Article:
They’ve brought us an engineer, an architect, a scientist and a future president, now Andrea Beaty and David Roberts introduce an illustrator to their fantastic series of picture books in the form of Aaron Slater.
Aaron Slater loves lots of things; flowers, painting, drawing. But what he love most of all is stories and he dreams of the day when he can write one. Before he can pen his own tales he must learn to read. Despite his best efforts, the words on the page just look like squiggles and soon the flamboyant and creative young boy is retreating into his shell. When his teacher asks the class to write a story, Aaron is beset with worry. How he can he tell a story if he cannot write the words down…
Taking inspiration from Aaron Douglas, an African American artist who was a key figure in the Harlem Renaissance - this story is explored in more detail in the the author’s note - Aaron Slater, Illustrator is a heart-warming and uplifting tale of a young boy desperate to tell stories but who struggles with words and has to find another way to express all of the wonderful ideas that fill his head.
Art and creativity shine in a touching and empowering story that directly addresses the challenges of learning to read and write for a dyslexic child. Full of feeling and with emotions pouring off of every page, readers are rewarded with a huge multi-coloured serving of empathy and a warmth of understanding for those who face learning difficulties.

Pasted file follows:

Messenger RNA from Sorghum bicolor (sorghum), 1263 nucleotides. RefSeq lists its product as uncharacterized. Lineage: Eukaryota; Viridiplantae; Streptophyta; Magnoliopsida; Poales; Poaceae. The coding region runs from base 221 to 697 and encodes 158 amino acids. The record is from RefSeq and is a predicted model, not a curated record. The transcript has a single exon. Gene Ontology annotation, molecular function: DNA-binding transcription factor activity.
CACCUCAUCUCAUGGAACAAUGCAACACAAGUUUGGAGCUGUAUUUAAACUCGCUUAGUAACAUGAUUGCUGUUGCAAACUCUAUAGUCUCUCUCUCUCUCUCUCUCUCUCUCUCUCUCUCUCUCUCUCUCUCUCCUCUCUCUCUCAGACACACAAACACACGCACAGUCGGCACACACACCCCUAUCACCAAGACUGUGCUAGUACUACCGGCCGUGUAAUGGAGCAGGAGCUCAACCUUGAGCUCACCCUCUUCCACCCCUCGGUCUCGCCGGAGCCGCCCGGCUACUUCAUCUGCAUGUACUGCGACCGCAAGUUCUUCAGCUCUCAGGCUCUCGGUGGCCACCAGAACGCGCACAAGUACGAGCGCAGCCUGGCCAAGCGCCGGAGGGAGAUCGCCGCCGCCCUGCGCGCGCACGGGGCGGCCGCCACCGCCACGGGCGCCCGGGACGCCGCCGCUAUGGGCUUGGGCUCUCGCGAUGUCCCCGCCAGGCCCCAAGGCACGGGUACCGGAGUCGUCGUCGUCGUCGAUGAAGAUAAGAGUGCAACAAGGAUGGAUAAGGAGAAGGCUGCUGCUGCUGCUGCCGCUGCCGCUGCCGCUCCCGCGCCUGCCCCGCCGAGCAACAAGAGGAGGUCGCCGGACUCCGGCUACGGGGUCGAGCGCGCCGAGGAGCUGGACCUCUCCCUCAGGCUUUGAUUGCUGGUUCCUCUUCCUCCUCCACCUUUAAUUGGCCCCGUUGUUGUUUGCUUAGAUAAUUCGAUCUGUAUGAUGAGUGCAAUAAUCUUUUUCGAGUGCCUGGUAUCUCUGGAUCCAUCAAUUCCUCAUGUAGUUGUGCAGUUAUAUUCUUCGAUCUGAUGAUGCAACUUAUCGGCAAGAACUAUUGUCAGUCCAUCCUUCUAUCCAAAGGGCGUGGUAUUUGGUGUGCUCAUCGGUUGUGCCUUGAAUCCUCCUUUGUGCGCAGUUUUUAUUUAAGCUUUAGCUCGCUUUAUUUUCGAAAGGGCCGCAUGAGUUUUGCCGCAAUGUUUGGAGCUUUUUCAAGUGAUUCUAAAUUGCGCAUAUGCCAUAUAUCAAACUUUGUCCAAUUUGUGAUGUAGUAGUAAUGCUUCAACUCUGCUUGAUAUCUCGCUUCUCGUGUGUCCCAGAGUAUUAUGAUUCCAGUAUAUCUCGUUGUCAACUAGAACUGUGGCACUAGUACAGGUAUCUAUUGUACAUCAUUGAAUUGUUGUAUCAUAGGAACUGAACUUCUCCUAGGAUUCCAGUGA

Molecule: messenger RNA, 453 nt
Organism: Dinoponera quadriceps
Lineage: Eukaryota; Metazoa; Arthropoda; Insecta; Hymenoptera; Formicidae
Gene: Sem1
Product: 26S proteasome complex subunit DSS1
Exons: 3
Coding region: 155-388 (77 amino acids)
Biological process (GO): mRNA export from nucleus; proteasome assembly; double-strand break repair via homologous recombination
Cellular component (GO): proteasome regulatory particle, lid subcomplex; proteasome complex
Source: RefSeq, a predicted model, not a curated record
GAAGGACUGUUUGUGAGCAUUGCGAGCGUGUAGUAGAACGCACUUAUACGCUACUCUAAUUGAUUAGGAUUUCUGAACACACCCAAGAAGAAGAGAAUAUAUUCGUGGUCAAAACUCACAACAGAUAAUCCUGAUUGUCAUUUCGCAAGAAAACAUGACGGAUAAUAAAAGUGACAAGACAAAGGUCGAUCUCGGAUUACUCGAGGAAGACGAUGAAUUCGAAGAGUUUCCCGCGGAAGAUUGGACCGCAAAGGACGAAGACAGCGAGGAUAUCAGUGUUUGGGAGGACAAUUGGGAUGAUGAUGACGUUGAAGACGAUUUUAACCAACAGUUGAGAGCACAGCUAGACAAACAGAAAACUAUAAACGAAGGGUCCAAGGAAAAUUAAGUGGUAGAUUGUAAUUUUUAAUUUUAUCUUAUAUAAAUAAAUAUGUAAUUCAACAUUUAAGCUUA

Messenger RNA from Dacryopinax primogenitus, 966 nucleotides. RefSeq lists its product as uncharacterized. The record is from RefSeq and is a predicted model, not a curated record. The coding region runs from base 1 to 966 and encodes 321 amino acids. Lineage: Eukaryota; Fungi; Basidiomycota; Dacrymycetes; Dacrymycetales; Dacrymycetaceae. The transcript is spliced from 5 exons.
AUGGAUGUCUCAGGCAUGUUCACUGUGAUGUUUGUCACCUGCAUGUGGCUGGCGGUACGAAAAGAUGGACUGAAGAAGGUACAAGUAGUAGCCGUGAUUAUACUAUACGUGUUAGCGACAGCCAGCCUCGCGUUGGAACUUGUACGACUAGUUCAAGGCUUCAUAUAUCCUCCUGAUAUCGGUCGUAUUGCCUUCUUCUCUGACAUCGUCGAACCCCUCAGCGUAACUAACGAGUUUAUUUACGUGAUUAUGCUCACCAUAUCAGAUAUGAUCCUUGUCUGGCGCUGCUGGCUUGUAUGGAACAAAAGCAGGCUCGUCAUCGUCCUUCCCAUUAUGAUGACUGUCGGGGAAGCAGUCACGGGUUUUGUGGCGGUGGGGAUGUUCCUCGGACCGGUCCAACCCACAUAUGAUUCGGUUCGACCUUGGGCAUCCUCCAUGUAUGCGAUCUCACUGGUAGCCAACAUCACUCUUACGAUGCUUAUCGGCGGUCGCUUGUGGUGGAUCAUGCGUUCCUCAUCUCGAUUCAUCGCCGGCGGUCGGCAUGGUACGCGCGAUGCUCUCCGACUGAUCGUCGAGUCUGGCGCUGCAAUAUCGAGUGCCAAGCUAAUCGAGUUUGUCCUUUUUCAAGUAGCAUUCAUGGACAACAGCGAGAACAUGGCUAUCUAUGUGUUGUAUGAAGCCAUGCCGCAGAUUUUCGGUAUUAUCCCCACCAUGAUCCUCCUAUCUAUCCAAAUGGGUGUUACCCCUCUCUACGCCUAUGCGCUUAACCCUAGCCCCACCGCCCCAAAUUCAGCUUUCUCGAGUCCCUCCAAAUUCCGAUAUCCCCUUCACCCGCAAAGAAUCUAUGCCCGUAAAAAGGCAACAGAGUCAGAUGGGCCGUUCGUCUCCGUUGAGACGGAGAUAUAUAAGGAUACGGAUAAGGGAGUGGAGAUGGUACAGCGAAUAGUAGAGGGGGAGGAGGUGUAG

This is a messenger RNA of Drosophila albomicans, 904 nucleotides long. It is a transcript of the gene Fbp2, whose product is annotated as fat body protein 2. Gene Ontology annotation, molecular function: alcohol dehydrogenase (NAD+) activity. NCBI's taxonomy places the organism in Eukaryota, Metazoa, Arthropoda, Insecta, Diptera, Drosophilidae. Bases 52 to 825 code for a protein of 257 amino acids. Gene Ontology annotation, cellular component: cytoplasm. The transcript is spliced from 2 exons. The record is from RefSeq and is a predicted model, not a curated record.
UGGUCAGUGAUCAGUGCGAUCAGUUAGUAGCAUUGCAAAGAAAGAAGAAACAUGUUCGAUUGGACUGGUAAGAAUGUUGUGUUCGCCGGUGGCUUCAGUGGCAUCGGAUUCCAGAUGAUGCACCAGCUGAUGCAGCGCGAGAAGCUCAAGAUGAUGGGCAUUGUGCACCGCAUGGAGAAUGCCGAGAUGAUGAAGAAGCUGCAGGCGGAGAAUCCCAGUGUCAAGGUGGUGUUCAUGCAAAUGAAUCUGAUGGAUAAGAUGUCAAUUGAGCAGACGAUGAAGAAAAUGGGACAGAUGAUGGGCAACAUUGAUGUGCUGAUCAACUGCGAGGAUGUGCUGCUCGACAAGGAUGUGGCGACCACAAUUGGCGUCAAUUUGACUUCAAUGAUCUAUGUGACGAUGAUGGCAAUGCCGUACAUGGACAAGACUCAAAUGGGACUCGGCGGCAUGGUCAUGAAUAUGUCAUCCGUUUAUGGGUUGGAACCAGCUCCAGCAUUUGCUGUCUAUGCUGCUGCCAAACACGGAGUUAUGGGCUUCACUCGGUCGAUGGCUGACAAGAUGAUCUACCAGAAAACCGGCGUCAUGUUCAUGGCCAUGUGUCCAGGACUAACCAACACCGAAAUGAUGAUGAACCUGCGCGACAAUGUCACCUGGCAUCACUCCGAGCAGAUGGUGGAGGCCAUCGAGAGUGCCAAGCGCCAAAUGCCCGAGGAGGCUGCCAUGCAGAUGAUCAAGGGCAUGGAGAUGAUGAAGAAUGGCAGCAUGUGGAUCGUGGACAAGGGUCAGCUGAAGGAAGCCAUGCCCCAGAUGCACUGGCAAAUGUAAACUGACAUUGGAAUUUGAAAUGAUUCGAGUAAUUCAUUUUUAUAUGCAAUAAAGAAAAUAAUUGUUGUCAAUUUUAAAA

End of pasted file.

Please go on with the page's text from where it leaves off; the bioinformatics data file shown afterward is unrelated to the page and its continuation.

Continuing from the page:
Wrapped up in the wonderful rhymes and the gorgeous artwork are important messages for children around finding your own voice and expressing yourself in your own unique way. Aaron’s experience is sure to inspire all readers and will resonate especially with dyslexic children who will easily identify with his struggles. Like many children, Aaron needs support and that comes in the form of the adults in his life who rather than get children to conform and blend in allow them to flourish in their own ways and encourage them to stand out.
Aaron, a character who is neurodiverse and whose brain operates slightly differently, is a fabulous young boy and I was with him every step of the way as he overcomes his challenges, learns to embrace and accept who he is and discovers that there is definitely more than one way to tell a story. Whilst Aaron may find words difficult to write down he has the most wonderful of imaginations and through his imaginings and fabulous drawings he is able to share his stories, much like illustrator David Roberts. In Roberts’ illustrators note he writes about his own struggles with reading and spelling and how has ‘learned to read and tell stories with pictures.’
Whether children see themselves in Aaron or it serves as a window into the life of someone else, this fabulous story serves as a wonderful celebration of difference and informs that dyslexia doesn’t define a person, rather it is simply part of who they are and when they channel their ‘superpowers’ the results can be incredible. Aaron is capable, can achieve his storytelling goals and is an all-around awesome little human, a brilliant little role-model.
It is also worth noting that the print used is Dyslexie, a typeface that has been designed specially for people with dyslexia. Further information on this can be found at dyslexiefont.com
Recommended for 6+.